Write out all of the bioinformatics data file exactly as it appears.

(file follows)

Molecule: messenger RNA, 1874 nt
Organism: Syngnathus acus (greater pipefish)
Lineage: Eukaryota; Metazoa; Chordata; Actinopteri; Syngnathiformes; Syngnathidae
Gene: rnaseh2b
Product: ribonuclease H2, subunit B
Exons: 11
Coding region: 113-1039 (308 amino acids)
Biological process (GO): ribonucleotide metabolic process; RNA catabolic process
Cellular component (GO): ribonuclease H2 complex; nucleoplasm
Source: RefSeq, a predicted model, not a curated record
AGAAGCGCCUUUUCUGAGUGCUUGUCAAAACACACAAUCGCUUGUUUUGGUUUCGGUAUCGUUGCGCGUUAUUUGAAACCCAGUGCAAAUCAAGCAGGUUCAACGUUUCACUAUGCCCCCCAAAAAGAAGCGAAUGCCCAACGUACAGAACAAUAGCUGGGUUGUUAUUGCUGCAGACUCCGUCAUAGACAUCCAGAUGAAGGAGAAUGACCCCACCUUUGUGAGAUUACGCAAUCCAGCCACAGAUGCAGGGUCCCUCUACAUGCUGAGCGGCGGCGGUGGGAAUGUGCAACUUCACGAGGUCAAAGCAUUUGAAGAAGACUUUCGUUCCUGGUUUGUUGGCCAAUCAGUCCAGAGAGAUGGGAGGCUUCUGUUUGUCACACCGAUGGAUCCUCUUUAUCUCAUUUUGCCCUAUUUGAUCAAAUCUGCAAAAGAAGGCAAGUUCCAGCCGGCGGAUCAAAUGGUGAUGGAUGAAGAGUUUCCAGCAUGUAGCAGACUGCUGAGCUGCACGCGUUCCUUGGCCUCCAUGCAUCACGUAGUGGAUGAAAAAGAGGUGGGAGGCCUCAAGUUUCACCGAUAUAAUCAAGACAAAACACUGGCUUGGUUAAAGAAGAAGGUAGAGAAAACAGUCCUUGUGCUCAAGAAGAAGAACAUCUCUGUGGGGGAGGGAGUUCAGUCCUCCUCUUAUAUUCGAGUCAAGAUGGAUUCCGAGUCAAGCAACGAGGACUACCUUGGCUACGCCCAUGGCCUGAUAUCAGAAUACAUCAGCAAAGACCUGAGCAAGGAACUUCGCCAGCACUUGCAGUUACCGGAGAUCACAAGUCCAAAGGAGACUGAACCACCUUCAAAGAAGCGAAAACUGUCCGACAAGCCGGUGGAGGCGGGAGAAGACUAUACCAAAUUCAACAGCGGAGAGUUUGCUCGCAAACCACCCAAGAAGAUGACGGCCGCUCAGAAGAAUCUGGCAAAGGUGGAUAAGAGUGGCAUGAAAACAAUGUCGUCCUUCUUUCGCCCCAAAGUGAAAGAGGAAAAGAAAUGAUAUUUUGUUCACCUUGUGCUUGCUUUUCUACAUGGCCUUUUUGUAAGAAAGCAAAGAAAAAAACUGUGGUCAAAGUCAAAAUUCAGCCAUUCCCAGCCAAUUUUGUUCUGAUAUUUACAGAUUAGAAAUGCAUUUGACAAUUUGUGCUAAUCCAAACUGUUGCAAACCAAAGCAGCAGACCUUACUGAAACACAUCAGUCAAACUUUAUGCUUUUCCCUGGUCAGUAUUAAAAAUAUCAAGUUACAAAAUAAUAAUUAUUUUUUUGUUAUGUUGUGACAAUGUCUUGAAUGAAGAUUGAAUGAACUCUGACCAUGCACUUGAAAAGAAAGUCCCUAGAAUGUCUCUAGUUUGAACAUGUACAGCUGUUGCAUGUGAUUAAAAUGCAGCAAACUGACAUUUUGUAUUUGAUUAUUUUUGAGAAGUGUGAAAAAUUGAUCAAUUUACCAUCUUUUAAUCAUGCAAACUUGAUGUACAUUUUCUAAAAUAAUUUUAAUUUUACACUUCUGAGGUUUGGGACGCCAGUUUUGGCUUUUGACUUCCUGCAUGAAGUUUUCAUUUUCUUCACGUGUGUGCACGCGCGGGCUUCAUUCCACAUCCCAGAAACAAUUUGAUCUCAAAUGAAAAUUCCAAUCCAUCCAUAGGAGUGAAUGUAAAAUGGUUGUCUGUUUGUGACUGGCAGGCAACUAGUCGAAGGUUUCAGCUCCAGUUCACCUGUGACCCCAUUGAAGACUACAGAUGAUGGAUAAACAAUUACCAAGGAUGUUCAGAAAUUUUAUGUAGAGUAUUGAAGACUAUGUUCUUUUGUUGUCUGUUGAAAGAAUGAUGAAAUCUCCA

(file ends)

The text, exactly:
Molecule: messenger RNA, 1874 nt
Organism: Syngnathus acus (greater pipefish)
Lineage: Eukaryota; Metazoa; Chordata; Actinopteri; Syngnathiformes; Syngnathidae
Gene: rnaseh2b
Product: ribonuclease H2, subunit B
Exons: 11
Coding region: 113-1039 (308 amino acids)
Biological process (GO): ribonucleotide metabolic process; RNA catabolic process
Cellular component (GO): ribonuclease H2 complex; nucleoplasm
Source: RefSeq, a predicted model, not a curated record
AGAAGCGCCUUUUCUGAGUGCUUGUCAAAACACACAAUCGCUUGUUUUGGUUUCGGUAUCGUUGCGCGUUAUUUGAAACCCAGUGCAAAUCAAGCAGGUUCAACGUUUCACUAUGCCCCCCAAAAAGAAGCGAAUGCCCAACGUACAGAACAAUAGCUGGGUUGUUAUUGCUGCAGACUCCGUCAUAGACAUCCAGAUGAAGGAGAAUGACCCCACCUUUGUGAGAUUACGCAAUCCAGCCACAGAUGCAGGGUCCCUCUACAUGCUGAGCGGCGGCGGUGGGAAUGUGCAACUUCACGAGGUCAAAGCAUUUGAAGAAGACUUUCGUUCCUGGUUUGUUGGCCAAUCAGUCCAGAGAGAUGGGAGGCUUCUGUUUGUCACACCGAUGGAUCCUCUUUAUCUCAUUUUGCCCUAUUUGAUCAAAUCUGCAAAAGAAGGCAAGUUCCAGCCGGCGGAUCAAAUGGUGAUGGAUGAAGAGUUUCCAGCAUGUAGCAGACUGCUGAGCUGCACGCGUUCCUUGGCCUCCAUGCAUCACGUAGUGGAUGAAAAAGAGGUGGGAGGCCUCAAGUUUCACCGAUAUAAUCAAGACAAAACACUGGCUUGGUUAAAGAAGAAGGUAGAGAAAACAGUCCUUGUGCUCAAGAAGAAGAACAUCUCUGUGGGGGAGGGAGUUCAGUCCUCCUCUUAUAUUCGAGUCAAGAUGGAUUCCGAGUCAAGCAACGAGGACUACCUUGGCUACGCCCAUGGCCUGAUAUCAGAAUACAUCAGCAAAGACCUGAGCAAGGAACUUCGCCAGCACUUGCAGUUACCGGAGAUCACAAGUCCAAAGGAGACUGAACCACCUUCAAAGAAGCGAAAACUGUCCGACAAGCCGGUGGAGGCGGGAGAAGACUAUACCAAAUUCAACAGCGGAGAGUUUGCUCGCAAACCACCCAAGAAGAUGACGGCCGCUCAGAAGAAUCUGGCAAAGGUGGAUAAGAGUGGCAUGAAAACAAUGUCGUCCUUCUUUCGCCCCAAAGUGAAAGAGGAAAAGAAAUGAUAUUUUGUUCACCUUGUGCUUGCUUUUCUACAUGGCCUUUUUGUAAGAAAGCAAAGAAAAAAACUGUGGUCAAAGUCAAAAUUCAGCCAUUCCCAGCCAAUUUUGUUCUGAUAUUUACAGAUUAGAAAUGCAUUUGACAAUUUGUGCUAAUCCAAACUGUUGCAAACCAAAGCAGCAGACCUUACUGAAACACAUCAGUCAAACUUUAUGCUUUUCCCUGGUCAGUAUUAAAAAUAUCAAGUUACAAAAUAAUAAUUAUUUUUUUGUUAUGUUGUGACAAUGUCUUGAAUGAAGAUUGAAUGAACUCUGACCAUGCACUUGAAAAGAAAGUCCCUAGAAUGUCUCUAGUUUGAACAUGUACAGCUGUUGCAUGUGAUUAAAAUGCAGCAAACUGACAUUUUGUAUUUGAUUAUUUUUGAGAAGUGUGAAAAAUUGAUCAAUUUACCAUCUUUUAAUCAUGCAAACUUGAUGUACAUUUUCUAAAAUAAUUUUAAUUUUACACUUCUGAGGUUUGGGACGCCAGUUUUGGCUUUUGACUUCCUGCAUGAAGUUUUCAUUUUCUUCACGUGUGUGCACGCGCGGGCUUCAUUCCACAUCCCAGAAACAAUUUGAUCUCAAAUGAAAAUUCCAAUCCAUCCAUAGGAGUGAAUGUAAAAUGGUUGUCUGUUUGUGACUGGCAGGCAACUAGUCGAAGGUUUCAGCUCCAGUUCACCUGUGACCCCAUUGAAGACUACAGAUGAUGGAUAAACAAUUACCAAGGAUGUUCAGAAAUUUUAUGUAGAGUAUUGAAGACUAUGUUCUUUUGUUGUCUGUUGAAAGAAUGAUGAAAUCUCCA